A new coronavirus virus, likely first transmitted to people from animals at a market in the Chinese city of Wuhan, is making international headlines as disease detectives work to uncover what it is, how it's transmitted, and how deadly the virus actually is.
As an infectious disease specialist and the hospital epidemiologist at the University of Chicago Medicine, my job is to prepare for and respond to outbreaks of all sorts of illnesses -; from staph infections to Ebola -; while caring for patients at our academic medical center on Chicago's South Side.
Public health officials are continuing to learn more about this new virus, which so far has sickened one person in the U.S. Although more cases are likely both abroad and here in the U.S., people shouldn't panic.
Here's what we know so far about this brand new virus: What is a coronavirus? What is a novel coronavirus?
A coronavirus is actually the name for a family of viruses, including some that can cause the common cold. This virus is a novel coronavirus, which means it's a new virus that has not been seen before and it's also new to humans.
It probably originated in an animal (maybe a snake, according to one recent report), but developed some mutations that let it "jump" to humans. This particular virus from Wuhan is being called the 2019 novel coronavirus or 2019-nCoV. Where and how did the Wuhan novel coronavirus begin?
A few weeks ago, a cluster of severe pneumonia cases were reported on New Year's Eve in Wuhan, which is in the Hubei Province of China.
On Jan. 9, virologists and other public health researchers identified the strain as a new coronavirus, which was tied to a specific "wet market" in the city of Wuhan where they sell fish and other live animals for food.
These markets have been known to transmit viruses before. So many people interacting with live animals that are often slaughtered on site is just the right environment for viruses to make that interspecies jump to humans.
Sometimes the virus doesn't spread well between people (like the H5N1 "avian influenza"), but other times the virus also develops the ability to spread from person to person. This is how SARS, another novel coronavirus, started in 2003. How does the Wuhan coronavirus spread?
So far, there's limited information about 2019-nCoV, including how easy it is to spread and how dangerous it is.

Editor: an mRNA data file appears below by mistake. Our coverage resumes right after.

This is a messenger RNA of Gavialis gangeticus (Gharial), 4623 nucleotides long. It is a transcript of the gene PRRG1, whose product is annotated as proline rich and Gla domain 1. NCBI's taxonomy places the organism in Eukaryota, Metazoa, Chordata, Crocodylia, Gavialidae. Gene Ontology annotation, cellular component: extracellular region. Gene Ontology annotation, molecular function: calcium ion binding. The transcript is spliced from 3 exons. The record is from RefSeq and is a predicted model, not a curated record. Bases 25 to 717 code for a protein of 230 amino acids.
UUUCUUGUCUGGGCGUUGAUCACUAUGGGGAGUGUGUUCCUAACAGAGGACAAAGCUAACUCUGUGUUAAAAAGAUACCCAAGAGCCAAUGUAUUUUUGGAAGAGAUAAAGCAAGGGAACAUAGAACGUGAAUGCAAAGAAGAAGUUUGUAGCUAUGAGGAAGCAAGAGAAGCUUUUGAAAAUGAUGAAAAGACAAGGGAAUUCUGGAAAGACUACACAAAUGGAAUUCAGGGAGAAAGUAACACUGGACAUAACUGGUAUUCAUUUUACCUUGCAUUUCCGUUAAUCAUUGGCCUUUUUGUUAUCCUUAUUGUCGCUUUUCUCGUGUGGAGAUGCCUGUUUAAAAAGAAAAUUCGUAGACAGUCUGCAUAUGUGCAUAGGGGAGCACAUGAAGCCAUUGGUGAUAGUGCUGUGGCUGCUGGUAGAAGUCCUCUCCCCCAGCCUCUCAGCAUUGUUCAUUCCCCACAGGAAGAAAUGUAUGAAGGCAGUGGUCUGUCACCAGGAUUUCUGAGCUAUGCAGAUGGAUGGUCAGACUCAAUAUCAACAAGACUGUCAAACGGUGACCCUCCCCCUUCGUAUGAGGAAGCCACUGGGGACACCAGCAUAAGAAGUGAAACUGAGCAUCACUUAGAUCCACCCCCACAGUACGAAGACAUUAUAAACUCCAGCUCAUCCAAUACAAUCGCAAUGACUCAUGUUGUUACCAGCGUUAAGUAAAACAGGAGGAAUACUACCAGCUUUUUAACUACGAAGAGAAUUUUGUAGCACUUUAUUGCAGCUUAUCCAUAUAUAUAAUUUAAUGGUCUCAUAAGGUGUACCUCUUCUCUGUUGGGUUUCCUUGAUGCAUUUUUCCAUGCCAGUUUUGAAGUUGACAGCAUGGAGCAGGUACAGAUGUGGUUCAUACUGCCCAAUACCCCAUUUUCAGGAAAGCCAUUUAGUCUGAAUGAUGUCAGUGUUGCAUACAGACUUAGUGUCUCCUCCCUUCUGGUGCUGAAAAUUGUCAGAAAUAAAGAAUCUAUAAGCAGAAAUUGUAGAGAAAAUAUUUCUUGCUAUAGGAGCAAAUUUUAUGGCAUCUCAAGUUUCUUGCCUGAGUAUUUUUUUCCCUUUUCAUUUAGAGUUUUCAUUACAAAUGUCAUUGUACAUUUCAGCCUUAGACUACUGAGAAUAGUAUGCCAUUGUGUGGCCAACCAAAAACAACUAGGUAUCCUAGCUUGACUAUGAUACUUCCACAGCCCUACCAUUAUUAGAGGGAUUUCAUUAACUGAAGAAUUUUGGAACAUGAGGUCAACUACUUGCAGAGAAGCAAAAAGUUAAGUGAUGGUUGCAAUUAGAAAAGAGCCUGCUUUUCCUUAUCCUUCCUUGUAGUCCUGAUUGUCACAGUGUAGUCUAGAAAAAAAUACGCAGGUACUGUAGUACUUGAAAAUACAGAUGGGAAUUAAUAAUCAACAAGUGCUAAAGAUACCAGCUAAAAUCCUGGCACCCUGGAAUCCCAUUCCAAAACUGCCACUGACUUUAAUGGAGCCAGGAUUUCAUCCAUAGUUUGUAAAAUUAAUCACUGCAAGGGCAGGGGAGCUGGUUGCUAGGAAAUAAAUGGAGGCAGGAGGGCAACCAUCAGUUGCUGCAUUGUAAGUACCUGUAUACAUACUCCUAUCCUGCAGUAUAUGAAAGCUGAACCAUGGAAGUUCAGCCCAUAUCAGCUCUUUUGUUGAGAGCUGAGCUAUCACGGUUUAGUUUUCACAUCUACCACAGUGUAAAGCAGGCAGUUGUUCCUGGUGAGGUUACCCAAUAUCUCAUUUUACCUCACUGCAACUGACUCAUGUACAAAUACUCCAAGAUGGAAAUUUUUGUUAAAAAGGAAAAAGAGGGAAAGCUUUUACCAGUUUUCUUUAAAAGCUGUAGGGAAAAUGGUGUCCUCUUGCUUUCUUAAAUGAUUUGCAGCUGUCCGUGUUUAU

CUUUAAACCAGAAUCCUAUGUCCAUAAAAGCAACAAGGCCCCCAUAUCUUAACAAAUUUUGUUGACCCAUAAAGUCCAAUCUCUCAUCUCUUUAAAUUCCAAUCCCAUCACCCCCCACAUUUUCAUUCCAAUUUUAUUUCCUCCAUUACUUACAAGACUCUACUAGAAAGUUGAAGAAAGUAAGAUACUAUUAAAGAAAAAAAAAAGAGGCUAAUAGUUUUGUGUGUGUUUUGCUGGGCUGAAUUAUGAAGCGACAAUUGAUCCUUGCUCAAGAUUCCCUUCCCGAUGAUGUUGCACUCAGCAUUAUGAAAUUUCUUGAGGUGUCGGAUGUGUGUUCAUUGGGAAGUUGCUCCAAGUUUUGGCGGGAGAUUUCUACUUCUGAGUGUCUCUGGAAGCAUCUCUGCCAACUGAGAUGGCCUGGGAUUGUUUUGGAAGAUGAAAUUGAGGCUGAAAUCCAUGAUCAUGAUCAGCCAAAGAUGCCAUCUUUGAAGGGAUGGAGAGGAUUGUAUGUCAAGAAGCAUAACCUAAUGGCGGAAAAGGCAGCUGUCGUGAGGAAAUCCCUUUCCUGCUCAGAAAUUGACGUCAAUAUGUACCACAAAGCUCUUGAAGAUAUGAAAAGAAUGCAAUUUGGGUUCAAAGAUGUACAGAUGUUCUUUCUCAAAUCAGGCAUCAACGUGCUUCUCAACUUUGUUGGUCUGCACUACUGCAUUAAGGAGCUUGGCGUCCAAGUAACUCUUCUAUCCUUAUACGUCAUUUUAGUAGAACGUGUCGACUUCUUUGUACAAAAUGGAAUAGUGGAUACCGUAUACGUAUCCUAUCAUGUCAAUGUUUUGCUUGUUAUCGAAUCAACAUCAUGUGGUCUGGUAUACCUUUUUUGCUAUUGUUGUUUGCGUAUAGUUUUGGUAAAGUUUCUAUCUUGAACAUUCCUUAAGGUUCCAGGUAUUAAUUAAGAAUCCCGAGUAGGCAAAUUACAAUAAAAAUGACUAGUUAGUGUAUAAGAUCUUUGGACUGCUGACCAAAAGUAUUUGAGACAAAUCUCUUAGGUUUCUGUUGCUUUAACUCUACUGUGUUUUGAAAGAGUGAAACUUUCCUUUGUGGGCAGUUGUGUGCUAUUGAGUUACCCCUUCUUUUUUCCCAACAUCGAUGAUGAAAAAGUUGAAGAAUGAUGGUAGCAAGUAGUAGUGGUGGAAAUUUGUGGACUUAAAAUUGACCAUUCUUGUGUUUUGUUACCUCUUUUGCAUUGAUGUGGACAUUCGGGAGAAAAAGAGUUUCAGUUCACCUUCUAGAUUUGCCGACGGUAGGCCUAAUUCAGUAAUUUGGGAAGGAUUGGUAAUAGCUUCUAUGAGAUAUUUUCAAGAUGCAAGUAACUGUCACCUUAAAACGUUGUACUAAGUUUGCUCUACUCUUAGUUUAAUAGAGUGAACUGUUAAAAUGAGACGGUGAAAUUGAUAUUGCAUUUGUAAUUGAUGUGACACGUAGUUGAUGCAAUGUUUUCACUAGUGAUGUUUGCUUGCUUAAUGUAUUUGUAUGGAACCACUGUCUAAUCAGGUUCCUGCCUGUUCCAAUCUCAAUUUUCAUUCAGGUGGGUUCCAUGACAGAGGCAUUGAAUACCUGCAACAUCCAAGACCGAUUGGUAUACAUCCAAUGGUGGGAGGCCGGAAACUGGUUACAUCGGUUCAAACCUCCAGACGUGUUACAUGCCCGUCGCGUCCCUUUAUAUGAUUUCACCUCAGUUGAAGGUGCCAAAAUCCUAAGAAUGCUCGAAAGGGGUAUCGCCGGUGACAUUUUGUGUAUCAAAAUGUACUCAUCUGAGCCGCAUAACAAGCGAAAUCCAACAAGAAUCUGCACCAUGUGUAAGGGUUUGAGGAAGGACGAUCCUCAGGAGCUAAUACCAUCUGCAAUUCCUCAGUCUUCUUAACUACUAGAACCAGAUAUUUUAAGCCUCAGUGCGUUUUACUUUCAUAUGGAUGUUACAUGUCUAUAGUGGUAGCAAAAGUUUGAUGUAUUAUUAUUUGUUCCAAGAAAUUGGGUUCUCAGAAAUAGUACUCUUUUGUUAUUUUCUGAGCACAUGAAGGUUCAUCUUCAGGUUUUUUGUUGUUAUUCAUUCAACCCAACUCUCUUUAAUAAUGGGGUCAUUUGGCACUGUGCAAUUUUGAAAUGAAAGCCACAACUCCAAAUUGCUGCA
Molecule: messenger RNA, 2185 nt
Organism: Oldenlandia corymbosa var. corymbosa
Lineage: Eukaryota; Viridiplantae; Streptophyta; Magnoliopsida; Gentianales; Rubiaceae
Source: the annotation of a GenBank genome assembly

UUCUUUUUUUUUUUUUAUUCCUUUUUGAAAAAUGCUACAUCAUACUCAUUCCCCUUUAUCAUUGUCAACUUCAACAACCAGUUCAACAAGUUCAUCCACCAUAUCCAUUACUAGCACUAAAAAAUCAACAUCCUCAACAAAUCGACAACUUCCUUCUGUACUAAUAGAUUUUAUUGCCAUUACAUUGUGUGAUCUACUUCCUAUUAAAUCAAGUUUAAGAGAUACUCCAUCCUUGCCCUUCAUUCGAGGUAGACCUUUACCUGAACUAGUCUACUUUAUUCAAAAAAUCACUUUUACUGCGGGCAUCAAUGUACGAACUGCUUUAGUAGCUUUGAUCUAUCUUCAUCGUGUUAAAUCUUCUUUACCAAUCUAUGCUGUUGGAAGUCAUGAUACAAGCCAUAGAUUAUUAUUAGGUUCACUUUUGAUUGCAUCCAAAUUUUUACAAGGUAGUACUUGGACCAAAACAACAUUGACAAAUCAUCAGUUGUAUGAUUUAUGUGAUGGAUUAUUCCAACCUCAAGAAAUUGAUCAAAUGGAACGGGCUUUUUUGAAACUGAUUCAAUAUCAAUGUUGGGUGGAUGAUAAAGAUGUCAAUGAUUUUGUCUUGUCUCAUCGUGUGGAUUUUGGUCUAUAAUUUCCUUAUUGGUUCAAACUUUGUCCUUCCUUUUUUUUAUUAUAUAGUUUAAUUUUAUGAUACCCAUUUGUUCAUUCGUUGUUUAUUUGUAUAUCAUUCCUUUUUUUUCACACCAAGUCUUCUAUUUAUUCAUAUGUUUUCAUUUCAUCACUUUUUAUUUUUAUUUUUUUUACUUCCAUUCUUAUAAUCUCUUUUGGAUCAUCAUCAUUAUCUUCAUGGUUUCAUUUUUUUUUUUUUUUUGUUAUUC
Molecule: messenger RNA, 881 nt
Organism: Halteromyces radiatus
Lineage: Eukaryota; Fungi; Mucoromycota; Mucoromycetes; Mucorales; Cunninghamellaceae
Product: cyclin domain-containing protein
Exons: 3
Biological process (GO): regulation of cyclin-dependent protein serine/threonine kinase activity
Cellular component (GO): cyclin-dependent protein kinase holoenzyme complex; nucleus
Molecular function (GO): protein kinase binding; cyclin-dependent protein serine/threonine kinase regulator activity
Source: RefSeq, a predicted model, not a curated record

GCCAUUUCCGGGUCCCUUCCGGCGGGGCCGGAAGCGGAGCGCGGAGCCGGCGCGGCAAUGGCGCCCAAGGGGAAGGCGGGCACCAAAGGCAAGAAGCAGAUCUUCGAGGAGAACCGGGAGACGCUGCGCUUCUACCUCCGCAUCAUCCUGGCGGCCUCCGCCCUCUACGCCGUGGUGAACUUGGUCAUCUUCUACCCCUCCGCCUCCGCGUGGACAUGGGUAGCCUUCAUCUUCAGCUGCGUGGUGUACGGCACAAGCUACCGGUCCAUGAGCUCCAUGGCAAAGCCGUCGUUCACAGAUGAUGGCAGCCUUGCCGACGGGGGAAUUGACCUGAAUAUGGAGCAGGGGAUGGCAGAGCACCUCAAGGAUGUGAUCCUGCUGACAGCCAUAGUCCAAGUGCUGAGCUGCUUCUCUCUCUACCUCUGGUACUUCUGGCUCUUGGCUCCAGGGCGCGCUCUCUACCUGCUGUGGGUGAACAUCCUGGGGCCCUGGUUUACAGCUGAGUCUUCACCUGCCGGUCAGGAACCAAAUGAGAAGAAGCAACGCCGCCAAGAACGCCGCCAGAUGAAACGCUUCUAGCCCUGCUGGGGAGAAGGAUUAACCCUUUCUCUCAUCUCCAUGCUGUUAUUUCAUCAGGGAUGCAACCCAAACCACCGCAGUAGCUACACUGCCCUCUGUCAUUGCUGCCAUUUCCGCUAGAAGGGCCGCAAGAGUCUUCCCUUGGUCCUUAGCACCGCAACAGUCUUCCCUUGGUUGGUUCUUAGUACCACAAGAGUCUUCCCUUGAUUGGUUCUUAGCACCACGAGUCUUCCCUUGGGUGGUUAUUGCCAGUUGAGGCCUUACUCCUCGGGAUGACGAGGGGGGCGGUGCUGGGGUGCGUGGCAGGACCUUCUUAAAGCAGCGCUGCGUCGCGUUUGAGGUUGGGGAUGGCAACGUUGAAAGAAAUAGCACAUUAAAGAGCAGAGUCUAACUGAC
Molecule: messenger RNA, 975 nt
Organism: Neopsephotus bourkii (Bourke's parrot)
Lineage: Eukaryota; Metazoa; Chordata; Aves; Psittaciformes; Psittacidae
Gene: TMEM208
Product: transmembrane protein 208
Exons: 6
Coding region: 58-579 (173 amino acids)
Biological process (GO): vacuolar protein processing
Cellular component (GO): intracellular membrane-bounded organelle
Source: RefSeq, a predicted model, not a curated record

But understanding these two important facts will really help us determine how much of a risk this new virus poses. So far, we know this virus can be transmitted from person to person and it is probably passed by coughing and other close contact.
Close contact is a vague term that means a lot of things to different people. But in the case of other novel coronaviruses, it means being within about six feet of someone for a prolonged period of time without wearing recommended personal protective equipment such as a disposable facemask.
It could also be having direct contact with infectious secretions of someone who has a case of the virus. For example, you could touch a surface contaminated by someone's cough or snot and then spread the virus to your own face or mouth without even realizing it.
That can sound scary, but it's important to know that influenza is also transmitted the same way. It's a good reminder to make sure we're washing our hands frequently, covering our nose and mouth when we sneeze and staying away from people who are coughing.
And while we are on the topic: stay home when you are sick. No one wants novel coronavirus, influenza, or a common cold. Is this coronavirus deadly?
The numbers are changing rapidly and we don't yet have a clear picture of how many people are sick or how many have died. Until we get a clearer picture of these two things, the jury's still out. That said, we do know people have died from this virus.
Based on the information I'm seeing, it looks similar to SARS in a number of ways -; except for the fact that it's likely less deadly, but more transmissible. Have there been cases of the Wuhan novel coronavirus cases in places other than China? Related Stories
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